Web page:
President Barack Obama took to Twitter for a climate change Q&A following his earlier briefing on the hurricane season during a visit to the National Hurricane Center in Miami.
Obama used the annual briefing to warn that climate change will make these storms more intense and damaging.
Government weather forecasters on Wednesday predicted six to 11 storms this season, with three to six of them developing into hurricanes. The season starts next week.
Obama talked about what the federal government and local communities are doing to prepare for climate change.
The Obama administration has acted to limit gas emissions from vehicles and power plants that are blamed for global warming.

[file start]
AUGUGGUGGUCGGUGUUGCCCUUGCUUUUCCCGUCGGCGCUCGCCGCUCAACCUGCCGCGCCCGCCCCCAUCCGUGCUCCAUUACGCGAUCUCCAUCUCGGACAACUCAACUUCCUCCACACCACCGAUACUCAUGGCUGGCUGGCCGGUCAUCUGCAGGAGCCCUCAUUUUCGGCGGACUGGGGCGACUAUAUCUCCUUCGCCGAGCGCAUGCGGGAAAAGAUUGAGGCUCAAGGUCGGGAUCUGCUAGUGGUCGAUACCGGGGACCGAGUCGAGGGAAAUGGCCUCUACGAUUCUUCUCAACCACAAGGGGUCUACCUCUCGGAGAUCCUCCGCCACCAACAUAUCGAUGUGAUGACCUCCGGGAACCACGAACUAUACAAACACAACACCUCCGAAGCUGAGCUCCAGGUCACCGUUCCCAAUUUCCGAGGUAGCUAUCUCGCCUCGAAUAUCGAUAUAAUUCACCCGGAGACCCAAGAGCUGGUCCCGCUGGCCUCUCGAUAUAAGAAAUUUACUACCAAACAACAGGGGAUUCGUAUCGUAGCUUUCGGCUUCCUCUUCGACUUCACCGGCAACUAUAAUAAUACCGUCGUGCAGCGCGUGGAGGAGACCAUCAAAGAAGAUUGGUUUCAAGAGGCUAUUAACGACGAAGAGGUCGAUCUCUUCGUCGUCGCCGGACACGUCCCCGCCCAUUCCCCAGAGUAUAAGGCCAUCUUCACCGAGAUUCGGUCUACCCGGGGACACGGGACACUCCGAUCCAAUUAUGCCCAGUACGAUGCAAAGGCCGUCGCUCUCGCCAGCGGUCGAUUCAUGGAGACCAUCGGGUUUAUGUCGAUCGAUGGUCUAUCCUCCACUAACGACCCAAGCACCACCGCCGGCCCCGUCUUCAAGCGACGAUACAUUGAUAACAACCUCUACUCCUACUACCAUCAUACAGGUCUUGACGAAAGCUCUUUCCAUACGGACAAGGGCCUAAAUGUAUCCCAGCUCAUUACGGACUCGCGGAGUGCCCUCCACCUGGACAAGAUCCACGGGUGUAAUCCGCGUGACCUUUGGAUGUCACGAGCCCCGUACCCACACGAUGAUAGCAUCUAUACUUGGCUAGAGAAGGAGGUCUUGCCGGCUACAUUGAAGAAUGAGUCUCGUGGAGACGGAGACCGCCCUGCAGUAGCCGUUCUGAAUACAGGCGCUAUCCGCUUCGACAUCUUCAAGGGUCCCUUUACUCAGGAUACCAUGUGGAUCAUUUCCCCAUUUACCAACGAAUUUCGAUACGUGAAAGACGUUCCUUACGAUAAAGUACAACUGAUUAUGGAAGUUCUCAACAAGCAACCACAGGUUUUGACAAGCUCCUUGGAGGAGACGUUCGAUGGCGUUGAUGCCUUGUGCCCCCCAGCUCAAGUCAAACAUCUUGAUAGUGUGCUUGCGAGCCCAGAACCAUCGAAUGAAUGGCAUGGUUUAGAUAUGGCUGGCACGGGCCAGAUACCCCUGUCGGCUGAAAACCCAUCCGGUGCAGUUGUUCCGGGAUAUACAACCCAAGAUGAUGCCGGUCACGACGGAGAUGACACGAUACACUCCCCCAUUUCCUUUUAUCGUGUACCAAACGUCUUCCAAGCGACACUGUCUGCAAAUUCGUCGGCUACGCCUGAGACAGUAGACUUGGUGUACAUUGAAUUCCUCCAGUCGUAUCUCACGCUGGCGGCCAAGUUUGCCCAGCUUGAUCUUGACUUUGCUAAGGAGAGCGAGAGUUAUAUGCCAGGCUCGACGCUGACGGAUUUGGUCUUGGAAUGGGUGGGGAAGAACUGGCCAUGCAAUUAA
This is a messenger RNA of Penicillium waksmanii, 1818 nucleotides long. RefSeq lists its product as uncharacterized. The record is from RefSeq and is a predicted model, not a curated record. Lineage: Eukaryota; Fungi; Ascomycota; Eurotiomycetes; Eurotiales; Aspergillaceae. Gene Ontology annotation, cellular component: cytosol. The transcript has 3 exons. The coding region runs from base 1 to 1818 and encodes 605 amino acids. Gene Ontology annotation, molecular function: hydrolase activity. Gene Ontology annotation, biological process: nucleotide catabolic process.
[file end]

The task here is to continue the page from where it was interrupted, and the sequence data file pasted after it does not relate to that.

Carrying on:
But much of the president's climate change agenda has faced strong political opposition from the Republican-controlled Congress, along with a number of legal challenges.
Obama spoke briefly on the deadly flooding in Texas, calling it a reminder that it is never too early to prepare for natural disasters.
But he says the truth is that the nation is better prepared than ever for today's storms.
The president says storm forecasting and technology have improved and that there are also better ways to spread information.
This week's storms and floods in Texas and Oklahoma have left at least 21 people dead and at least 10 others missing.